>So here you are, you have made the sales call, delivered your best pitch, and you feel sure the next step is to simply close the deal! Nothing happens. You call the prospect, you follow-up and they say they are interested but still no movement – no close. What do you do?
In sales, patience is a virtue and stamina is vital! Prospects buy when they are ready and when what you are offering becomes a priority for them. In this busy, fast paced world, prospects may very well be interested in something you are selling, realize they need what you are selling, but your timing to sell and theirs to buy is just a little off.
You have to understand your product or service does not solve their most pressing concern. Put your “buyer’s cap” on and you can easily relate to this. Think about it, there are a number of things you would buy right now, if your schedule was not so full of other priorities. For example, I want a new cell phone carrier, I want to update my homeowners insurance, and I need new tires on my car just to name a few. All of these are things I want and need, but they are not my most pressing concern when I look at my daily schedule. However, if a well-skilled and authentic sales person targeted me, invested in building a relationship and followed through with me, those are all purchases I would make in the next few months. Why, because this sales person would make the process easy. As sales people that is your job – to make it easy. To stay in touch, stay connected and be visible enough so that when your prospects are ready you’re who they come to; or your mere presence and gentle reminders makes it so easy for them to purchase they quit putting the decision off.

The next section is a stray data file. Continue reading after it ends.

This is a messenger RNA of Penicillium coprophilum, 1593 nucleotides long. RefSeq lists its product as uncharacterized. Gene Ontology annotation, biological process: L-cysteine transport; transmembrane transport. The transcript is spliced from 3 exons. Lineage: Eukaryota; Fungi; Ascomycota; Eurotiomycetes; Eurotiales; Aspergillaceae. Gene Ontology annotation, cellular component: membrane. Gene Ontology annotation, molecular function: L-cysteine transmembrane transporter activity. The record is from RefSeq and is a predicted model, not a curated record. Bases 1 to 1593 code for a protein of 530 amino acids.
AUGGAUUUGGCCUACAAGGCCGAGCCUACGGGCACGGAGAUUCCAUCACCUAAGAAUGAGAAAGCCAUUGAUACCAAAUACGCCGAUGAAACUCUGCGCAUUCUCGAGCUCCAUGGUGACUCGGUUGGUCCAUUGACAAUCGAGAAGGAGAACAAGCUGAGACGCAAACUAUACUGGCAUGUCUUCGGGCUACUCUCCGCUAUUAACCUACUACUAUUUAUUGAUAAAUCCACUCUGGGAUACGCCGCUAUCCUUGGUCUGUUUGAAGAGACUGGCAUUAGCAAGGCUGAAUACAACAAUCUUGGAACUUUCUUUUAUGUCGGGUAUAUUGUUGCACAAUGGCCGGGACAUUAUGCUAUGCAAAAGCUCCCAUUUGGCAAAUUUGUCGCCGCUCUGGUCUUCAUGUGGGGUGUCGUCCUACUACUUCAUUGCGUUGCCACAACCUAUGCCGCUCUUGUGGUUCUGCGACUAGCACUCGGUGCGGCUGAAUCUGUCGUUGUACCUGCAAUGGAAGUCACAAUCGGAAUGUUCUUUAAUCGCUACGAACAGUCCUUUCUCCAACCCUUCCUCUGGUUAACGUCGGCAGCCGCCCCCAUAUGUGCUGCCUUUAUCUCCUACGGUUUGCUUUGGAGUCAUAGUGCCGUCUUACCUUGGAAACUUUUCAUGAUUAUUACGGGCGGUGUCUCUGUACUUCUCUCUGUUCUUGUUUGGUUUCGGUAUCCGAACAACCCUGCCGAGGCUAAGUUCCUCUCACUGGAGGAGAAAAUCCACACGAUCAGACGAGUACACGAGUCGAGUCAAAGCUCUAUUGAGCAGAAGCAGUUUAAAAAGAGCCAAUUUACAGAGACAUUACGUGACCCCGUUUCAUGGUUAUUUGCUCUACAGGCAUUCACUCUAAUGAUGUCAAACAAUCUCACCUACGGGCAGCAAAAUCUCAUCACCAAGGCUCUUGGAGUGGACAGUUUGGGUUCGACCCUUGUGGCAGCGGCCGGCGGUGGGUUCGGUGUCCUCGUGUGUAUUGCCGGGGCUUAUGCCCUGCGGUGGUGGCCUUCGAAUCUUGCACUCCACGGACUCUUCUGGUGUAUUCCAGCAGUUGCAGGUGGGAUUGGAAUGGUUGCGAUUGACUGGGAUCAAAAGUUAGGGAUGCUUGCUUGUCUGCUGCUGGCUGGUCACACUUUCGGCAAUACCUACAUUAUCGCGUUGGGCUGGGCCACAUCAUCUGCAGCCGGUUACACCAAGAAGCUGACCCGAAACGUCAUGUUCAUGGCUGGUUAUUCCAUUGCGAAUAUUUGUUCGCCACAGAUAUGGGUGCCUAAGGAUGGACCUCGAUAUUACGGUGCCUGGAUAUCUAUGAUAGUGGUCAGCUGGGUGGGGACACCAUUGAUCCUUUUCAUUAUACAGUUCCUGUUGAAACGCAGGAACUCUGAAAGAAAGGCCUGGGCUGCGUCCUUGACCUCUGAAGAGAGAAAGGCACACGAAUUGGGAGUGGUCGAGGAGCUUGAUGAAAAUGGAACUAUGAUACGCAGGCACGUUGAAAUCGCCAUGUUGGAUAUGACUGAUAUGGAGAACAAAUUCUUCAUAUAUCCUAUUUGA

This sales roller coaster, cycle or process is completly normal and natural. If you recognize that, you will have the edge over your competitors. Sales people, when put in this situation, usually do one of two things – they give up or they get overly aggressive. Either way the sale is lost. So how should you handle this?
Last summer I attended the National Speakers Association Annual Conferece, and heard one of the best sales professionals speak on this topic. His name is Ed Robinson, www.edspeaks.com . I learned from Ed, that in our current economic environment, it can take as many as sixteen contacts or touches to move a prospect to a client. Sixteen! Just a few short years ago, that number was more like seven or eight. Now people want to be assured of value, they want to build trust, and they want time to make decisions, thus the sales cycle lengthens. So how do you stay in touch without being annoying? I left Ed’s lecture motivated to develop a list of ideas and ways to stay in touch, in front of and connected to clients without being annoying.
In tomorrow’s post we will talk more about this list, how incredibly well it is working, and share details of how you can nudge your prospects along!